Fifty-seven percent agree! What’s striking about those numbers is how little support varies among different demographics. Whites and blacks are both at 56 percent in favor. Men and women are both at 57 percent. Millennials stand at 62 percent whereas Baby Boomers stand at 55. Only senior citizens, the 65 and older crowd, oppose the idea on balance at 46/50. I don’t know how to spin those results as non-disastrous except to reason that Americans are analogizing from defamation law. If an individual plaintiff can sue in civil court over false statements of fact, they may figure, why not let the, er, government prosecute people? Or maybe they’re not thinking it through at all and are simply reacting to the mention of “biased” media in the question. Everyone hates biased reporting. So if a pollster throws out a question asking if biased reporting should be sanctioned somehow, you might quickly agree just to signal how much that bias disgusts you.
But I don’t know. When CFFS drilled down by asking what type of sanction people would condone for biased/inflammatory/false reporting, 46 percent of those who supported state punishment thought that punishment should include possible jail time. I’d love to see the partisan numbers there, to know how many of that group are lefties and how many are MAGA types wanting to throw Trump’s critics in the dungeon.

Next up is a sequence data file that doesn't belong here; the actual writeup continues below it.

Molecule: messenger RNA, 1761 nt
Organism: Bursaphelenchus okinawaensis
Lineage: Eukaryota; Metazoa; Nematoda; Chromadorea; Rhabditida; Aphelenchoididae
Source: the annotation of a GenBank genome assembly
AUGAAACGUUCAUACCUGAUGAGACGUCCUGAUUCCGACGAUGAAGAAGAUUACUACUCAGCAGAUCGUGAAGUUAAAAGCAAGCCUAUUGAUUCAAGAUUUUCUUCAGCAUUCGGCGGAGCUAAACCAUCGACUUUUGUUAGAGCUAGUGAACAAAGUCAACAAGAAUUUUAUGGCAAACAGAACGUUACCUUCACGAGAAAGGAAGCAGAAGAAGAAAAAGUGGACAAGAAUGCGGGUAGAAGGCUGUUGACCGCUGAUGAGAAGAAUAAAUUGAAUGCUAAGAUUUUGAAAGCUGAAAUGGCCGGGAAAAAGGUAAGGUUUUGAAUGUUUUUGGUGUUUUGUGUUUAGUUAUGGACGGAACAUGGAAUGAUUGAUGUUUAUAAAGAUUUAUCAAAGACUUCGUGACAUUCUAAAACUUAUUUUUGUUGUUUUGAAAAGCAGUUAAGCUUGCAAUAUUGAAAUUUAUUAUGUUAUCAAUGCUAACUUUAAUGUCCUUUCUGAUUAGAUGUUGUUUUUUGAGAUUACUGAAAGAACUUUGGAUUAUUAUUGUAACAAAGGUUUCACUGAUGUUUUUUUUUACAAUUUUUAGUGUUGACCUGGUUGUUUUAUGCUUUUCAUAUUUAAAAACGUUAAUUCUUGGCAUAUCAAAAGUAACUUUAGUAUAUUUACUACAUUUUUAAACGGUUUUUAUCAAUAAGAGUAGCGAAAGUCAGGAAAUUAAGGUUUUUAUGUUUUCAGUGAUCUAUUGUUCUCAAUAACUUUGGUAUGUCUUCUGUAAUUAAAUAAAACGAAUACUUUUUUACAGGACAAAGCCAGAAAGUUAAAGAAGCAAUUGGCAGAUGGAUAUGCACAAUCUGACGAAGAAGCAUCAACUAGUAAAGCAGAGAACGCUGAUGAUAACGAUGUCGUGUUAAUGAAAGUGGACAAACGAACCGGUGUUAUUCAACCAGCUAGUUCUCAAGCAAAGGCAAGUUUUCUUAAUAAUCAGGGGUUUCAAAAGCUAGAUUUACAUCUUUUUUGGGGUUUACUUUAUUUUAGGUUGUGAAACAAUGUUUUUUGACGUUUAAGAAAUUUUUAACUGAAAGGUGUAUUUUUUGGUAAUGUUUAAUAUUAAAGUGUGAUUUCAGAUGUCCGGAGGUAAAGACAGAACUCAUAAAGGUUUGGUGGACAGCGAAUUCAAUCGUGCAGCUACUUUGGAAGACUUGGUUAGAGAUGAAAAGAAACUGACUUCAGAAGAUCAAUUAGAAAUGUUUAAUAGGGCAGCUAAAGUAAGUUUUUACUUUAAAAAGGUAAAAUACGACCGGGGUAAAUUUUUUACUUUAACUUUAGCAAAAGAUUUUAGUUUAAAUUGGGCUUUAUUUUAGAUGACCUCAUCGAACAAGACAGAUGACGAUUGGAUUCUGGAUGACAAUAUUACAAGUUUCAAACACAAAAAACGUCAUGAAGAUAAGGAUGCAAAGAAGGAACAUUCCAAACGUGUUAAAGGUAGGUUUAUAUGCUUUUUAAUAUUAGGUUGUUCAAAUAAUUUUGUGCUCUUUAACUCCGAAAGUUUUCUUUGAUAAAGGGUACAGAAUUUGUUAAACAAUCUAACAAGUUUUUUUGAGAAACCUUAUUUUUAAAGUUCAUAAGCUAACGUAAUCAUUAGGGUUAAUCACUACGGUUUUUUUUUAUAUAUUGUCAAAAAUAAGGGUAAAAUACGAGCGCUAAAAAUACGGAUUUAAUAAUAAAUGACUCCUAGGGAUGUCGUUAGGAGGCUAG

One more for you, maybe the most depressing of all. Question: Do you agree with the statement, “While I agree in principle with the idea of free speech, there are places where free speech should be restricted. For instance, in universities or on social media where there is the potential to be hurtful or offensive.”?
Fully 61 percent agree, and again the numbers are remarkably consistent across demographics. The smallest majority in favor comes among men, who agree to the tune of 56 percent. If you want to make yourself feel better, you could again zero in on the phrasing of the question and tell yourself that it’s ambiguous. “Restricted” could mean many things, after all — for instance, you could restrict certain forms of speech in certain locations without placing a blanket ban on, say, racist speech. But given the results in the other, less vaguely worded questions, I don’t know that there’s cause for deep skepticism about this number. Americans pretty clearly believe that the law should be less forgiving of inflammatory and/or outright false speech because the content itself is objectionable.
And so here’s the point where we lament that our civilization is declining. But … is it? This is why I asked you up top not to jump to the conclusion that American norms on speech are collapsing. New York writer Jesse Singal points to this piece he wrote in 2015 rounding up free-speech polls from years ago to make that point that, ah, Americans have always been pretty lukewarm about traditional speech rights. I’ve been writing about polls on hate speech for years and the numbers today are really no worse than they were four years ago, when 51 percent supported criminalizing hate speech. Free-speech rights seem to be one of those issues where the public’s preferences and the political class’s preferences conflict but the public just doesn’t feel strongly enough about its views to make trouble for the political class about it. Defending the libertarian view of the First Amendment is where most of the passion on the subject lies, and since that’s also the establishment’s view the polling to the contrary can be and is safely ignored. For now.